On Fri, Jun 28, 2013 at 10:59 AM, Outlaw Mama

  4. I’m a lawyer too, in a big New York firm with precious few female role models. Oh, there are plenty of women partners, but not enough who are doing what I want to do. Because what I want to do is have a successful career and have a successful family. I want to be a good lawyer and a good mother. I want to be there for my clients and be there for my family, whatever form it may take in the months and years to come. And I want to write. And keeping all of these pieces of me satisfied will require sacrifice, of that I am sure. But I think that all any of us can do is walk our own path and write our own stories. And it won’t always be exactly right and comfortable, but I think all of us will be better for having tried. Wishing you lots of luck as you head back to the law.

    • Ding, ding, ding! I remember looking at all the female partners at the firm (a decent handful or two) and thinking, I can do this. But when I realized what they were giving up in order to achieve it, I made the choice to opt out. It wasn’t what I wanted. Even now as I go back I’m not sure there is a place for someone who wants to be both an active lawyer and an active mother — but we’ll see!

  5. This is a great insight to “having it all” by our own definition. I won’t be shattering the glass ceiling anytime soon. At the top, my industry is awfully dominated by men, too. I don’t need to be at the top. I need to be challenged, use my brain and have time for the rest of my life. Best wishes in your transition.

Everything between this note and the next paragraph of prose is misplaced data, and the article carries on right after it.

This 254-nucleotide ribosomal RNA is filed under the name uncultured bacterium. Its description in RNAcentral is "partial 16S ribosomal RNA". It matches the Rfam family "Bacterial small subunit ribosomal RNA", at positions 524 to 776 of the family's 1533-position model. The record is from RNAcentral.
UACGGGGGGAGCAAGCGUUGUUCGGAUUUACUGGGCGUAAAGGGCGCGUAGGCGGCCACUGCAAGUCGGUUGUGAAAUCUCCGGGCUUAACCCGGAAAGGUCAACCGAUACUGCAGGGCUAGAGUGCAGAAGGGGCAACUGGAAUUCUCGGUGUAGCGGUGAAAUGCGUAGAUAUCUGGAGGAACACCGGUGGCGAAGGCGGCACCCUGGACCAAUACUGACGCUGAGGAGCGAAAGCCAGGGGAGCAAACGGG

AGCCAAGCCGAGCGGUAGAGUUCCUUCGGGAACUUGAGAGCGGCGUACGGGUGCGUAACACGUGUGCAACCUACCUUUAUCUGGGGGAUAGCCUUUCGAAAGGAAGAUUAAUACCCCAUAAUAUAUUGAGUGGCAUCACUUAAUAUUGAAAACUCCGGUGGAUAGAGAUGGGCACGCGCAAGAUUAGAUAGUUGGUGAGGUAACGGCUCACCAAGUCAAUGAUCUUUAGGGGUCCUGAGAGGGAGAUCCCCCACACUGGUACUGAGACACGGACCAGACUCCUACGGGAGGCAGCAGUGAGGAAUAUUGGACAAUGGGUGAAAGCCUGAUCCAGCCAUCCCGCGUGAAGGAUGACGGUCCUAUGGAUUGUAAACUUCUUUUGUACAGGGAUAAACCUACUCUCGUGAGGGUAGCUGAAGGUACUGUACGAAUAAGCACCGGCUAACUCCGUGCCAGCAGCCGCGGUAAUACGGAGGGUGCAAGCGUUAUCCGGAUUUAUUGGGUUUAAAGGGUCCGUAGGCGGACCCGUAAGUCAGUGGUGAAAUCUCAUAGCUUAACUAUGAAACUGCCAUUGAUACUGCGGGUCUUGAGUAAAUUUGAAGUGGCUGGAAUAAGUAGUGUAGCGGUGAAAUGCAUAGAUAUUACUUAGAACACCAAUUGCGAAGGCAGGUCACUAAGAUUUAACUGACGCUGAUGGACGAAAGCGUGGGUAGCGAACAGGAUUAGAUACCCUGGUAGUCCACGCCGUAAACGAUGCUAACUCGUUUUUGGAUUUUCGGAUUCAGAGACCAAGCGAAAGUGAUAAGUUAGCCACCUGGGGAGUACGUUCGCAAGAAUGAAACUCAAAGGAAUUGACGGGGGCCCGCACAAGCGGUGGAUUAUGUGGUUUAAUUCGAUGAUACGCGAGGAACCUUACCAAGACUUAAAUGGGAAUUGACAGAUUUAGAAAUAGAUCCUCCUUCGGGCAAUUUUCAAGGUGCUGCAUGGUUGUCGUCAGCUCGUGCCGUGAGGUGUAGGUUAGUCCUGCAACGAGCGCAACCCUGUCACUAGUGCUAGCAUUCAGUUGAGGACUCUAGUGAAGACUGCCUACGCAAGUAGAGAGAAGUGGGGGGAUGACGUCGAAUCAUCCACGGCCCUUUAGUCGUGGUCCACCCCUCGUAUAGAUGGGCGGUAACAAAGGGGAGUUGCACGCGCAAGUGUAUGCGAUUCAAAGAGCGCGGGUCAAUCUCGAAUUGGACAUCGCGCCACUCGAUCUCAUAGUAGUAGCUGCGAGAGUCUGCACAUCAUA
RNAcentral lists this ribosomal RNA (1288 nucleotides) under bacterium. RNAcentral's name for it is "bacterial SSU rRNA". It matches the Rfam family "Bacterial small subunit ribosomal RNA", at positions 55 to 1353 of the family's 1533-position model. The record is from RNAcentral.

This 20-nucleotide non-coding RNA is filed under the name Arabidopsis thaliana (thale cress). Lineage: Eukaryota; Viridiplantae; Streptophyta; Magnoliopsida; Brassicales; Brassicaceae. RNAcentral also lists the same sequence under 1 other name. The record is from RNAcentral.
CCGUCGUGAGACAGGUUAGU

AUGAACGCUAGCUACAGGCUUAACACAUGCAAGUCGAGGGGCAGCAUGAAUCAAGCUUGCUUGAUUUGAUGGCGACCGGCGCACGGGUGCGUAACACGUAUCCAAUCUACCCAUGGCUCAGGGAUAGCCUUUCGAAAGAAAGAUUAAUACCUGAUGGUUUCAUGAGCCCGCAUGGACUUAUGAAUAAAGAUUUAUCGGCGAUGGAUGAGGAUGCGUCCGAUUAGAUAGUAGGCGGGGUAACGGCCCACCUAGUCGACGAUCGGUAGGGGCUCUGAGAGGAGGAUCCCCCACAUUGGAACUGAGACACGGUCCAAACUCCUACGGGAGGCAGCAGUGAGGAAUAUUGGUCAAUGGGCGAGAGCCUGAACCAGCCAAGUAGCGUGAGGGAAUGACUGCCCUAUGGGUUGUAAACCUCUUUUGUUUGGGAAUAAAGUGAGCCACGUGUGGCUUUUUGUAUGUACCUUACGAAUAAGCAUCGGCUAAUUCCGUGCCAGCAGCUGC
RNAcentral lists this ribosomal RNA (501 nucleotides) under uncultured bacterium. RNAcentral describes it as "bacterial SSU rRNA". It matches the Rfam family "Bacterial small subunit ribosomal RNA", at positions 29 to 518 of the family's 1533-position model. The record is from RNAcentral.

6. Carinn, I have missed your words. And I love this quote: “If you begin to understand what you are without trying to change it, then what you are undergoes a transformation. -J. Krishanmurti.” Good luck back at work. I can’t wait to read your book…because it WILL be out there for us all to read one day 🙂

  7. I love all of your writing – no exception here. What a way to embrace and celebrate your process! Congratulations on your new job, your writing success, your acceptance and all the actions you’re taking to navigate your bright, bright future. Mazel tov! 😉

  8. Congrats on everything!! You really inspire me. I’ve become really disillusioned lately with that whole notion of having it all and how I think it’s very impossible. But your take on it is much healthier and far more thought out and well written than the whiney rants in my head. Best of luck in your next endeavors!!

    • Oh, excuse me — I have written plenty of whiney rants — and published them! It’s frustrating and disheartening, but it’s worth sharing the rare moments of clarity.

  9. Good luck with the re-entry! I worked full time until we moved across the county (kids were 13 and 6). It was the right thing for me to work when they were younger (and not to now).

  10. Congratulations on having the courage to reverse your earlier decision. Admitting you may not have made the best decision at the time is really hard to do. Good luck!

  11. Pingback: On Baked Goods, Gardening, And Cultivating Career | Welcome to the Motherhood

  12. Pingback: This Is What Leaning In Looks Like | Outlaw Mama